Which Level of Cover?
Decide the level of cover that suits your business and budget. As with ordinary motor insurance, you can’t put a fleet lorry, van or car on the road without one of these three motor vehicle insurance policies:
- Third party fire and theft
- Third party only
You can 'pick and mix' the type of cover, depending on the age/value of individual vehicles in the fleet, i.e., insure some under Comprehensive and others under Third Party fire and theft or Third Party only.
The cost of your fleet insurance policy will depend on the nature and size of the business, type and value of vehicles, number of drivers and your claims history over the last 3 - 5 years.
The fewer the claims then the lower the premium.
Risk factors taken into consideration when calculating the cost of quotes for fleet insurance cover include:
- Engine size and total weight of loaded vehicles. Containers or trailers attached to the vehicle could void your policy.
- Age and number of drivers and whether drivers are named on the policy. 'Any driver' increases the risk. Drivers with previous convictions are dearer to insure - some insurers won’t cover them. Drivers under 25 incur a higher excess.
- If you carry goods, the type of goods can hike up cost, e.g., flammable solvents.
- Ownership of goods in transit, i.e., do goods belong to the fleet owner or do you courier other people's goods? If it’s the latter, you need courier insurance, also known as Hire and Reward or Haulage cover.
- Alterations/additions to vehicles - alloy wheels, lifting ramps, winches or hoists.
- Whether the vehicles are right-hand drive or imported to the UK.
How to get cheaper fleet insurance quotes
- Go for smaller vehicles - the smallest weight and engine size possible for your purposes. Larger engine capacity is viewed as a hazard.
- Take out membership of a relevant association - e.g., ACFO, Freight Transport Association, Road Haulage Association.
- Keep vehicles well maintained and drivers fully trained.
- Produce and promote informative literature - a fleet policy/maintenance guide/drivers' guide clearly stating responsibilities, driving rules and regulations.
- Aftermarket 'Thatcham' approved systems can earn additional discounts.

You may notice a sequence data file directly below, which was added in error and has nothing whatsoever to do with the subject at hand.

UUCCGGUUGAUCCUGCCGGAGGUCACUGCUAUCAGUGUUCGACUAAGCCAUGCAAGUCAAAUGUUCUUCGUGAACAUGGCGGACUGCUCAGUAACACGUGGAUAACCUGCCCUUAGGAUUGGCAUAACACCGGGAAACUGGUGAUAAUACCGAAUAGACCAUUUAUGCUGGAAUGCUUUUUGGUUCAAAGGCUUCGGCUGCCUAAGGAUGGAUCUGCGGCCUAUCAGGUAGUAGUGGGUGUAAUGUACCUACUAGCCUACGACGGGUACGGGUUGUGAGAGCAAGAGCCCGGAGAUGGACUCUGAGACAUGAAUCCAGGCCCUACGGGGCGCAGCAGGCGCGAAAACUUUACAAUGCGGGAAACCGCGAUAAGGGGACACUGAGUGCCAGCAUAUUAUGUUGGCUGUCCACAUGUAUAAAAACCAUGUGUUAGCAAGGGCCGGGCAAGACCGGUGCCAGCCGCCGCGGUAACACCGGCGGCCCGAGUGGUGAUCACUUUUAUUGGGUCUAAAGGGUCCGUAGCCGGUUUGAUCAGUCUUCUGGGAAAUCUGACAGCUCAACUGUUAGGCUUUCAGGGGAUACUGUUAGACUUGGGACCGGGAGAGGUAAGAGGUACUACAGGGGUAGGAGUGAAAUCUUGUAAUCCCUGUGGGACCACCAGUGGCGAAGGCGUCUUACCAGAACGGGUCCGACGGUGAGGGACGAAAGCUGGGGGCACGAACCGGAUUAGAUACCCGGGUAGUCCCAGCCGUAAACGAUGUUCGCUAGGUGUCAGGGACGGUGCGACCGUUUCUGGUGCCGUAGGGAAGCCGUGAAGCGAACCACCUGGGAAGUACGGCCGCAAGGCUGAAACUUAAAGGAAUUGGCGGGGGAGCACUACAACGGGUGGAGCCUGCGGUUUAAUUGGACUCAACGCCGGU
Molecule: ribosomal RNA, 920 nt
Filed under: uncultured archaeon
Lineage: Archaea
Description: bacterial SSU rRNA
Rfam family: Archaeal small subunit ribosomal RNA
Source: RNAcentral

- Keep vehicles in a secure locked garage or off the road.
- Drivers over 25 and under 65/70 are cheaper to insure.
- Increase the voluntary excess, i.e., the amount you agree to pay out in the event of a claim. The higher the excess, the cheaper the premium.
- Do not store tools/equipment/goods in vehicles.
- Declare no claims bonus and if you can, transfer drivers' no claims bonus to vehicles.
- Keep your drivers. A high turnover of drivers doesn’t instil confidence and can increase insurance admin costs.
- Limit what you use vehicles for, eg, no hazardous or toxic materials.
- An 'any driver' policy costs more, so limit the number of drivers to save money.
- Put signage on your fleet to reduce the risk of theft.
- Buy online - you can save up to 10% on the premium.
- Be clear about fees - how much commission are you paying for the service?
The better managed a fleet, the fewer accidents and claims costs. If claims increase, premiums increase. Good fleet management will help cut the number and cost of claims.
Large operators employ their own managers to do the job, while small to medium-sized outfits can hire the services of a fleet management company - ask your insurer to recommend one.
Any vehicle that's used by a business, regardless of whether it's owned by the company or an individual, is considered a place of work. You must comply with current legislation:
- Health and Safety at Work Act 1974
- Road Traffic Acts
- Working Tine Regulations 1998
- Management of Health and Safety at Work Regulations 1999
- The Human Rights Act
You must have proper working practices in place, with regular risk assessments of drivers, vehicles and operating procedures, and keep a written record.